We’re at a moment of economic stress, with competing visions for how Canadian society should return to normalcy through the pandemic crisis. Stewart Muir looks at the situation.
Road to pandemic recovery
It’s plain to see that pursuing successful recovery means choosing responsible utilization of the natural resources owned by each province. Now more than ever we are seeing governments realizing (sometimes reluctantly) that only with industry as a partner can they effectively balance the economic use of publicly owned oil and gas reserves, mineral deposits and forests, with other priorities including local ecosystem maintenance, Indigenous rights, and global climate concerns.
Polarization has led to blurring of one very important issue I'm going to explore here.
With the pandemic, a number of pressure groups have seen the opportunity to hitch their perennial anti-development messaging to the economic recovery issue, as if the Depression-like collapse we continue to experience is an opportunity to create long-term curbs on growth to keep things this way. Though various strains of this polemic claim to seek "green", "resilient" or "just" recovery, one thing they hold in common is the claim that the principal role of government is to hold in check the insatiable demands of development. They seek to position modern resource companies as the source of the problem.
A small shift in perspective, to that of the resource owners themselves, soon makes clear why governments will not find these proposals as enticing as they might seem at first blush. The reason is this: governments are totally reliant on a healthy economy which includes exports.
Chase away the activities that allow for this effect - really? Who would be so foolish? Idealistic newbies fresh to elected office quickly learn this as the blood drains from their faces during that first briefing from the finance ministry, where they come to the sober realization that no matter the promises that won them the most votes, their spending dreams will hinge on natural resource revenues – the Canadian reality in our past and present, and undoubtedly well into the future.
The fact is, resource companies are able to operate only because governments willingly license them to do so, and perrmission is granted for a good reason.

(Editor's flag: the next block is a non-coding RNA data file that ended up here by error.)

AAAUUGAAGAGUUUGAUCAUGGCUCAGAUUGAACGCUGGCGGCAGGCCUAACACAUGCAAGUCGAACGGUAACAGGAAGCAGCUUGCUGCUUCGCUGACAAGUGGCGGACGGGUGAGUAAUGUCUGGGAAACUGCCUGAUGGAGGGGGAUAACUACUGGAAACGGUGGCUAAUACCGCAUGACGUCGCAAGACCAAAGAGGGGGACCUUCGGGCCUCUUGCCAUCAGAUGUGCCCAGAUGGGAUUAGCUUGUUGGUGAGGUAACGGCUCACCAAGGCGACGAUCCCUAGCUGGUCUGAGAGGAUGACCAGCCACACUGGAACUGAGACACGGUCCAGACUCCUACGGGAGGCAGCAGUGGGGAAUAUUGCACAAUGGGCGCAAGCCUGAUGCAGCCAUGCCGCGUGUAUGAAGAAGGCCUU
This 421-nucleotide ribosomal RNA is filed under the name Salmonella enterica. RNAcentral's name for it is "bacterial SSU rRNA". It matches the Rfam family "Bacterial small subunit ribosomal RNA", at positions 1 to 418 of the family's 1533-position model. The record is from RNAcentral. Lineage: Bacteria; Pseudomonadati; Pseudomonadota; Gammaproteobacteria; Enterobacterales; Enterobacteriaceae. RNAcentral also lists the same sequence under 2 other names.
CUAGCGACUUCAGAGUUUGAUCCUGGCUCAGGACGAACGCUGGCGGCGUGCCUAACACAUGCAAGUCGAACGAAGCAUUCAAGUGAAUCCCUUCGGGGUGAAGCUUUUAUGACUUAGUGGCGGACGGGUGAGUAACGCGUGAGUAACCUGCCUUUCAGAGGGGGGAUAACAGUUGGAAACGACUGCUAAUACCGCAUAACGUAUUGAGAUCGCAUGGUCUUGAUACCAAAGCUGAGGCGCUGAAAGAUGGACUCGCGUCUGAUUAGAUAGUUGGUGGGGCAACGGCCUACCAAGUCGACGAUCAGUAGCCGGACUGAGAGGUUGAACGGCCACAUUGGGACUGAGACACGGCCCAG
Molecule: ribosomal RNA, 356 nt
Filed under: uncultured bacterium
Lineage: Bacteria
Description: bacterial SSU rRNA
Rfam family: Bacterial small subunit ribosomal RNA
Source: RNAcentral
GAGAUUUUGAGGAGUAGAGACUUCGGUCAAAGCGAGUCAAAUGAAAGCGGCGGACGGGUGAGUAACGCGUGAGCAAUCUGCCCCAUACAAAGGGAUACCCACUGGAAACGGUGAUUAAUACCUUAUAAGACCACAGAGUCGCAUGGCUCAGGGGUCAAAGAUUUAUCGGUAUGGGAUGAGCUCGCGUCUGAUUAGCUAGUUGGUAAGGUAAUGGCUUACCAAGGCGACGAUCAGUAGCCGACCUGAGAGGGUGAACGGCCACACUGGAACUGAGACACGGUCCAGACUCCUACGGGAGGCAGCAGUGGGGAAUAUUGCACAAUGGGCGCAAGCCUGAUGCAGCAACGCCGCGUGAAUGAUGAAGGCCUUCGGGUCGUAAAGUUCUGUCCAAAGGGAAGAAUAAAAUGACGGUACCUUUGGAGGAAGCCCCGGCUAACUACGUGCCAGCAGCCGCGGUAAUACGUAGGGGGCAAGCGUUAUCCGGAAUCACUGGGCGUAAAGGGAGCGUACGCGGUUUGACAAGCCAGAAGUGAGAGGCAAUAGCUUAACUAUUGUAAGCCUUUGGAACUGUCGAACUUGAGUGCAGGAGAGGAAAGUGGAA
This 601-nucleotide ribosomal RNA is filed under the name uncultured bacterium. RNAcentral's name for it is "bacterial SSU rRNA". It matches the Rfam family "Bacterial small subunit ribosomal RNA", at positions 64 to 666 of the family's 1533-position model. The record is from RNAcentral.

British Columbia is like a number of other Canadian provinces in having an especially heavy dependence on natural resource exports, with nearly 80 per cent of goods exports consisting of resource products. Scroll to the bottom of this article for a longer excerpt from this paper that I often cite: "All non-export economic activity, from brain surgery to day care, relies on the economic base as a source of revenue." This is the base from which governments are able to serve the people, and in this regard it can easily be said that nobody, not even the biggest energy or mining company in the country, benefits from natural resource activity than governments do.
I've spent years looking for a sector of the economy that produces benefits as pervasive as those that flow from natural resource activities. If it's out there, I have not seen any trace of it. (Writer David Williams comes to a similar conclusion in this article.)
When it comes to taking a healthy slice of the proceeds for public use, governments are only just getting started when they claim royalties on the valuable substances provided when resource companies dig, harvest or drill. Benefits cascade through the economy because of capital investment, share market impacts, sales taxes, local property taxes, permit fees, income taxes, trade balances, the supply chain of goods and services including manufacturing and secondary employment effects, and the powerful effect that environmental regulations have on research and development investment.
Although we'll often hear mixed messages as various viewpoints jostle for attention via the mechanism of politics, the institution known as the Government of Canada has always been quite clear about the primary importance of resources. There is little room for interpretation in this statement from Natural Resources Canada: "As a country, Canada is fortunate to have one of the largest and most diverse endowments of natural resources in the world, representing the backbone of the economy and high standards of living." (Source here.)